I’ve been coming back and forth from Belfast to Berlin for a number of years now and I really like the city and this is what attracted me here. I’m really passionate about culture and being engaged in culture and obviously Berlin is one of the cultural capitals of the world. Right now, it has some of the best music and art, but also food and lifestyle. At the start ,when I first moved here, I kept having this idea of starting a blog and kept coming back to the idea of promoting culture in Berlin and how I could best do that. My first idea was to call it An Immigrant’s Love of Berlin, inspired by a phrase used by David Carr, the late journalist of the New York Times. I feel that when you come to live in Berlin from somewhere else that you have a different feeling about, sometimes with more passion towards it, than if you grew up in the surroundings. I had a friend from back home who moved here a few months before, who told me that if something doesn’t exist, you should just create it: if a job or a magazine isn’t out there, create it yourself. At the time there wasn’t a high quality free English language magazine in Berlin, so why not start it myself? I had been working as a freelancer for the first months I was here, so I decided I wanted to do it again, to start a new magazine.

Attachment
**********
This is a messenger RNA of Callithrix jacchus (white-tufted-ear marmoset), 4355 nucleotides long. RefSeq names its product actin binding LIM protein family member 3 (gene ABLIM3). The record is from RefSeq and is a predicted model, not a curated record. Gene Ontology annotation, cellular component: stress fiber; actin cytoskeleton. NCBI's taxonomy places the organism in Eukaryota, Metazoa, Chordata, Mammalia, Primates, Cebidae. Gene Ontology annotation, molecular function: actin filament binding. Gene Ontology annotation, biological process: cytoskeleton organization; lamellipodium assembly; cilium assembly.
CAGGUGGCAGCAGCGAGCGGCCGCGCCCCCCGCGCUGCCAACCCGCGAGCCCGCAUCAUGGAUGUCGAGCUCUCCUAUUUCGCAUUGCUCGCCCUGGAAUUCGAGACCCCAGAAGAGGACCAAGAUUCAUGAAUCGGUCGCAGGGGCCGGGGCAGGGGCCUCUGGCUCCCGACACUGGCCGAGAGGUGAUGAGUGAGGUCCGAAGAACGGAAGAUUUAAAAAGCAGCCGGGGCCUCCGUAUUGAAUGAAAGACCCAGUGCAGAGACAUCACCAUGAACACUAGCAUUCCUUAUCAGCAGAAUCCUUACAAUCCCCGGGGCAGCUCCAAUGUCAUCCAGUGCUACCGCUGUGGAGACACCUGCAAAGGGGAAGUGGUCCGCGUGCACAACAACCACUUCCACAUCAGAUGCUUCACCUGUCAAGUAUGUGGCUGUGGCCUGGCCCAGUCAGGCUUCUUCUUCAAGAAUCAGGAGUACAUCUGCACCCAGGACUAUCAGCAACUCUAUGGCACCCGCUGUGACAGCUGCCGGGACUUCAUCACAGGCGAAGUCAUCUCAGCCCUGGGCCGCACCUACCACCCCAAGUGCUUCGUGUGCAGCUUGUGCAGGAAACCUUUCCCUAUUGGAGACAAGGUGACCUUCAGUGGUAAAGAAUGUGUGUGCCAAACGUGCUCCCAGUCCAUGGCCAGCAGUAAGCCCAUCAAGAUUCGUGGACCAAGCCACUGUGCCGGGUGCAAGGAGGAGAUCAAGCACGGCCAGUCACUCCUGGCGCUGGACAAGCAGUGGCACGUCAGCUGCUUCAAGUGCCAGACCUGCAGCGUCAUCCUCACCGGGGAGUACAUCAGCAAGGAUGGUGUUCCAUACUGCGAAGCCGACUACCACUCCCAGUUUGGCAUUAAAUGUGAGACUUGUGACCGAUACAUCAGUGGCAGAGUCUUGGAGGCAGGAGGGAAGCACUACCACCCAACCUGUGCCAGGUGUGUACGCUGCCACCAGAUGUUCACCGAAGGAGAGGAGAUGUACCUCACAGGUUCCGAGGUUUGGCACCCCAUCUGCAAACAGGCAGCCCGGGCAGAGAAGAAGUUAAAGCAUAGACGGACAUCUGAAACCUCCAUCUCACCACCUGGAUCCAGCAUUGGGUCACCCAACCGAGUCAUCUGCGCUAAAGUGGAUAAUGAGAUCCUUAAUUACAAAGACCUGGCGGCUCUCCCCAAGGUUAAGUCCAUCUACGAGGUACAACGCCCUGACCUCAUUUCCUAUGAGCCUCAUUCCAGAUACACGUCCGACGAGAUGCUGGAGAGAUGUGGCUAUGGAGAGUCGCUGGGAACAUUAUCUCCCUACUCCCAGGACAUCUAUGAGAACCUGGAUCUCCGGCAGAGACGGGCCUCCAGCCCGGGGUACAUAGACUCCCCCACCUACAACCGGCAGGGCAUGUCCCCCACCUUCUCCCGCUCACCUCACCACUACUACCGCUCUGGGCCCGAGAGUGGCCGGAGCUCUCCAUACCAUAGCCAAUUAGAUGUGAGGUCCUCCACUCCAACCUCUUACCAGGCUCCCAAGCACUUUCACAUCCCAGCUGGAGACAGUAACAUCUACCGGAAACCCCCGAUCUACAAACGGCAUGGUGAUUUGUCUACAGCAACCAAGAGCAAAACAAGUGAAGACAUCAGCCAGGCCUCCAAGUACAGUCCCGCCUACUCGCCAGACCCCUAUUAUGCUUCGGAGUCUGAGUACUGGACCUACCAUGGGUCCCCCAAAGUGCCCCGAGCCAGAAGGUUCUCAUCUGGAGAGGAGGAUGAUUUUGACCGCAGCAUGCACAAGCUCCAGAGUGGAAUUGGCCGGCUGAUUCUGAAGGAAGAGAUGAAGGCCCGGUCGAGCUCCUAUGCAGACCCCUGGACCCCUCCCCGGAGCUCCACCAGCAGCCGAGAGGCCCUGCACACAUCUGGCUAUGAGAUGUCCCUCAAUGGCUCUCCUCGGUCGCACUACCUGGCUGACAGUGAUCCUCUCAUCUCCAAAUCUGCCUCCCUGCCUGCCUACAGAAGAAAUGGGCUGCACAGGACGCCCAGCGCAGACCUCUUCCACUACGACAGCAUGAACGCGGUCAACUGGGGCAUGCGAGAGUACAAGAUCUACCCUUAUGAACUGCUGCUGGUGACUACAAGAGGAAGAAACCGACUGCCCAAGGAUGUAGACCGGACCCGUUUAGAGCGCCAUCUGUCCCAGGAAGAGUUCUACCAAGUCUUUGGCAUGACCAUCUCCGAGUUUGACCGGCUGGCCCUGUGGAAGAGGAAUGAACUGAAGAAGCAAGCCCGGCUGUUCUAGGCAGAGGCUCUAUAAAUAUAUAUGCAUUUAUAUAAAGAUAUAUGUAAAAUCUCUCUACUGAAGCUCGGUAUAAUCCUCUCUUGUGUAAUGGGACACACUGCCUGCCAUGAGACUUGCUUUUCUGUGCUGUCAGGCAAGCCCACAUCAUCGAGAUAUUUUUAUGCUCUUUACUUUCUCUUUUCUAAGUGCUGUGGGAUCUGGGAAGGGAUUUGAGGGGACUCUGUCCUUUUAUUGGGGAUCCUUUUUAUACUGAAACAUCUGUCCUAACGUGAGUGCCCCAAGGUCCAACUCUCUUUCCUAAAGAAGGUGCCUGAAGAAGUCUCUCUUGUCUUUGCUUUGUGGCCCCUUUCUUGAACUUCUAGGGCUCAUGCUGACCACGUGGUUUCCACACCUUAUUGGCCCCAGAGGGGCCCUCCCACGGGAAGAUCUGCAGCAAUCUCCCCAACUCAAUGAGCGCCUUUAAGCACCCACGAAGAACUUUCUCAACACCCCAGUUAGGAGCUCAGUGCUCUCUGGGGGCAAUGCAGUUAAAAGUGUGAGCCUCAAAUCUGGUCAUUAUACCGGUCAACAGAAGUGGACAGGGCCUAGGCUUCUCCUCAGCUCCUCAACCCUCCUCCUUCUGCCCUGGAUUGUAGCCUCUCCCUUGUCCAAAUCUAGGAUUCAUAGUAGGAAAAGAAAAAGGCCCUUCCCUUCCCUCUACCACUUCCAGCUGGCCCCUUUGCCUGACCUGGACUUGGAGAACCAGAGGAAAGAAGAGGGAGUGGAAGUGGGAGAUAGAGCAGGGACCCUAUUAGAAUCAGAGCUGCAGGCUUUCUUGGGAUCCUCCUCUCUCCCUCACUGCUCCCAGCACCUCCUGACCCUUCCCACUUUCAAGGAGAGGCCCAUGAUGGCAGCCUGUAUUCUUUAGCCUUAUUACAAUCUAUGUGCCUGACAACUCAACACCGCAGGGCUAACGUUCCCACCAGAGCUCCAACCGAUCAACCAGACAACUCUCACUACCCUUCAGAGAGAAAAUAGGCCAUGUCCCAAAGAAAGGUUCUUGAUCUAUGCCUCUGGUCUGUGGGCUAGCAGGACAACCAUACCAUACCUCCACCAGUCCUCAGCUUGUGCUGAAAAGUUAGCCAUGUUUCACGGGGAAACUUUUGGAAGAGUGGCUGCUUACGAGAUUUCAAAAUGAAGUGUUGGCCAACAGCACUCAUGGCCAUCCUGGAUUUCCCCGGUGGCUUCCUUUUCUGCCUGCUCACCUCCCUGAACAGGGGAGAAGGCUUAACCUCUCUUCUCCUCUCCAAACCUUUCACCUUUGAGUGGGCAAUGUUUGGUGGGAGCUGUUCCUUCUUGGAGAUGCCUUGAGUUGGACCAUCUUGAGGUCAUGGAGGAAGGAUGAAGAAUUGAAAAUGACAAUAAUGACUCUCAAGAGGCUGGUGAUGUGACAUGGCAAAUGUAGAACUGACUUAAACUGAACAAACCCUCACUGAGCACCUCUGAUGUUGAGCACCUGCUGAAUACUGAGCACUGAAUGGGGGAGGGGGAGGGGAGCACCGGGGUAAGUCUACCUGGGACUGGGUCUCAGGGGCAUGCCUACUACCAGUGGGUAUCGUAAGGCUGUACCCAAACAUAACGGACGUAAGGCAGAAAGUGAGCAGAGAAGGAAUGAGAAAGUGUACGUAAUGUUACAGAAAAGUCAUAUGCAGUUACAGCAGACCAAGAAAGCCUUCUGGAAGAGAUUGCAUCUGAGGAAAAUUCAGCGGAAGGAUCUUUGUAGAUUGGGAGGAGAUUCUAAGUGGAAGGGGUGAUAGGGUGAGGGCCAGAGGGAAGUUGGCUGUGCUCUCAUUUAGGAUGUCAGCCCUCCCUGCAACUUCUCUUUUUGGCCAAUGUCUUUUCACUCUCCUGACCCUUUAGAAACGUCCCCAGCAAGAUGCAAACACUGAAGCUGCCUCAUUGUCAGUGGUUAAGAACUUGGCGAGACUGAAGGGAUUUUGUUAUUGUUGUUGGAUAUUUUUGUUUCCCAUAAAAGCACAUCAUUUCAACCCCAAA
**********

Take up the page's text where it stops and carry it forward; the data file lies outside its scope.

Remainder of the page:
From a personal point of view, I would love if there was a way of encouraging people to consume better media. I don’t have a solution for that though. People consume their media via Facebook and social media has become the gateways to the internet, where the information gets filtered through. I feel it should be a better way of people absorbing or getting better access to new information. I would like to go back to using RSS feeds, to being more connected to the source. From a media perspective, how do you encourage people to engage with content? It’s often about virality, content you’ve seen before. And the question is what do you want to do? Give people what they are already into, on the same wavelength and in line with their view and interests, or give them something that expands their horizons and learn about new things?
I love the neighborhood I’m living in. I loved the area before I lived here, but when I first moved into it I didn’t realise I’d been here before. When I first started visiting Berlin, I stumbled upon this street with some restaurants and an ice-cream shop that I really liked, it was sunny and people were hanging around on the street and it just had a really nice vibe. Every time I came to the city to visit friends, I would go to this street for vegetarian Vietnamese food and to hang out.
When I first moved into my neighbourhood, for the first few weeks I always walked the same route to the station. Then one day, instead of turning right when I left my apartment, I turned left. When I got to the top of this street I realised it was the street that I fell in love with and always went to on my visits. It’s great here, I’m a five minute walk from the canal and the park is on my doorstep. Having two dogs, it’s really great for walking them. The mixture of people is very cool but it can get a bit insane in the summer. It feels like a festival in the park every day with people drumming and playing music and doing all kinds of things.